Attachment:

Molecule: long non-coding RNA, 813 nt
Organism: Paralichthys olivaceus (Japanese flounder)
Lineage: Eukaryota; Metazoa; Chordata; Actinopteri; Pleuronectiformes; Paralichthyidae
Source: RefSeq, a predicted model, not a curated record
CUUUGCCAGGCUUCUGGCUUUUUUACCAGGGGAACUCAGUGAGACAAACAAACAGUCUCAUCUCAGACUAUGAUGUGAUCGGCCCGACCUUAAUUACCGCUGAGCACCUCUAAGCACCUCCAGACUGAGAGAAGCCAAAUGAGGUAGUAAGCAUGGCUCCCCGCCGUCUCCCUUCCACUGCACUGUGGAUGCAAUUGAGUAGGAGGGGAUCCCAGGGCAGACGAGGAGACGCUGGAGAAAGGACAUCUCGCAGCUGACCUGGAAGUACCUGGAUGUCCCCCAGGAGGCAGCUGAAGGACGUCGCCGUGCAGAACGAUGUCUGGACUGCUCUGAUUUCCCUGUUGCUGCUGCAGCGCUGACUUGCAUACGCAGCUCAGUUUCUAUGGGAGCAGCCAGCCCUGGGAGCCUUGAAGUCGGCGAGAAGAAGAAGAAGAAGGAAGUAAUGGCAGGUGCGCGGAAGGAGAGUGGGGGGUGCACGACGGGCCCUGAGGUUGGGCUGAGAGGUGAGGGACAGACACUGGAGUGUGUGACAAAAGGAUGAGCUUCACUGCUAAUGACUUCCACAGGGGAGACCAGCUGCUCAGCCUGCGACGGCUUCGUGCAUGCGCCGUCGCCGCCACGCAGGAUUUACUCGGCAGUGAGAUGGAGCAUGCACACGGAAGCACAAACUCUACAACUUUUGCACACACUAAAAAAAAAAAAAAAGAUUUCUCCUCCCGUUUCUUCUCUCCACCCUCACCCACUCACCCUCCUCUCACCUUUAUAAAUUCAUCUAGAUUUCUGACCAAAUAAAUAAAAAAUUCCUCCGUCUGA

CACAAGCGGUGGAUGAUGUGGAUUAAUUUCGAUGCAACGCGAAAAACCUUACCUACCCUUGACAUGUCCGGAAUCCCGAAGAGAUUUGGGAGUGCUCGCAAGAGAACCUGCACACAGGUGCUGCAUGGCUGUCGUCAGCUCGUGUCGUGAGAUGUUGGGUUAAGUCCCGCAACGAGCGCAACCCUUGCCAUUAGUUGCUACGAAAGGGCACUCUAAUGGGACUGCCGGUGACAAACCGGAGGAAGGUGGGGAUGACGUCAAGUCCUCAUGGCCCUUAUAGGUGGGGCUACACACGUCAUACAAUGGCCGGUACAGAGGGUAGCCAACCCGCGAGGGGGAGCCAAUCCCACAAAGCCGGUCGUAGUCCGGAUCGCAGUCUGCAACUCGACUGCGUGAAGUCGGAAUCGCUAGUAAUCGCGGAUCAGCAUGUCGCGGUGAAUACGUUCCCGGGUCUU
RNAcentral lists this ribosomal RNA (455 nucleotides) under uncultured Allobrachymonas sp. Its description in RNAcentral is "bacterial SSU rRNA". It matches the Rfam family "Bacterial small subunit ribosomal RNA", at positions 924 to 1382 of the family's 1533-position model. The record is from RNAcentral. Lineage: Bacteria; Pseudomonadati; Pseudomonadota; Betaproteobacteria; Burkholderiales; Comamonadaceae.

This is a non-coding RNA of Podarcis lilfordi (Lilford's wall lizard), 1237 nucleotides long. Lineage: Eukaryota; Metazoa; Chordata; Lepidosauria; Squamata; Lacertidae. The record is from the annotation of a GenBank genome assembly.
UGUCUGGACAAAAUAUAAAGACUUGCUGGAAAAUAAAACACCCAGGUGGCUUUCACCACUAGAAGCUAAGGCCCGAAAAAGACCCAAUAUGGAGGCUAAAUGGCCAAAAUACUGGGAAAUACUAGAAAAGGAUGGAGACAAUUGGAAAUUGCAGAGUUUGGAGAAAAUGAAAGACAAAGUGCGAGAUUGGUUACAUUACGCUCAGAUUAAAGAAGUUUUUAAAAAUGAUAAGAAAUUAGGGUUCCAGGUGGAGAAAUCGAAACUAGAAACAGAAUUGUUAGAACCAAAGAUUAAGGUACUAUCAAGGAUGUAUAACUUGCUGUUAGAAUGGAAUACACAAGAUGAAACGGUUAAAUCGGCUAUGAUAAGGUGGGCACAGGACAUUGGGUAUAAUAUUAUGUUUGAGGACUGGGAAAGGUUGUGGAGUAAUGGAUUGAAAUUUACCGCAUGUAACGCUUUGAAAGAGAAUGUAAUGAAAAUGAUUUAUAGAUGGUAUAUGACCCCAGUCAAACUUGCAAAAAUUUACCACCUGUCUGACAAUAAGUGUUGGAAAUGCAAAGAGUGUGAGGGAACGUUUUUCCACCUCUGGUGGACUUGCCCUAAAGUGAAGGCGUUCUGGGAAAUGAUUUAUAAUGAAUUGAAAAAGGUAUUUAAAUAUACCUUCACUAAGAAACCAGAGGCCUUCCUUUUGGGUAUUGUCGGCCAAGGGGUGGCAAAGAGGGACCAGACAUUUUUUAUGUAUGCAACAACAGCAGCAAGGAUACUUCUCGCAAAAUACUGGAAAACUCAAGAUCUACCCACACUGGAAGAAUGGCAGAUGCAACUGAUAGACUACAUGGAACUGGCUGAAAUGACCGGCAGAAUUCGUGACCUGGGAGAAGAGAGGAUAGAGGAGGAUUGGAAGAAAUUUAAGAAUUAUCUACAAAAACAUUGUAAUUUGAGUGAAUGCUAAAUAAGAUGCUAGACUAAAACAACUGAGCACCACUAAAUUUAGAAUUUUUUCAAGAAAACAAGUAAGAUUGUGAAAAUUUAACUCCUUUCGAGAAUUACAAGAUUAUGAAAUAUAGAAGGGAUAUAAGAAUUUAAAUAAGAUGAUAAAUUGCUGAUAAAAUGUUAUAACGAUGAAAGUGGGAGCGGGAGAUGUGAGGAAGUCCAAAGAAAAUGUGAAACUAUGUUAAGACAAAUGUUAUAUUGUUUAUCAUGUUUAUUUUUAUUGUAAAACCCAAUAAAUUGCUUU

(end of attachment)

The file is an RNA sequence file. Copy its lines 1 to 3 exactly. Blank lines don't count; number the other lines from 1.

Molecule: long non-coding RNA, 813 nt
Organism: Paralichthys olivaceus (Japanese flounder)
Lineage: Eukaryota; Metazoa; Chordata; Actinopteri; Pleuronectiformes; Paralichthyidae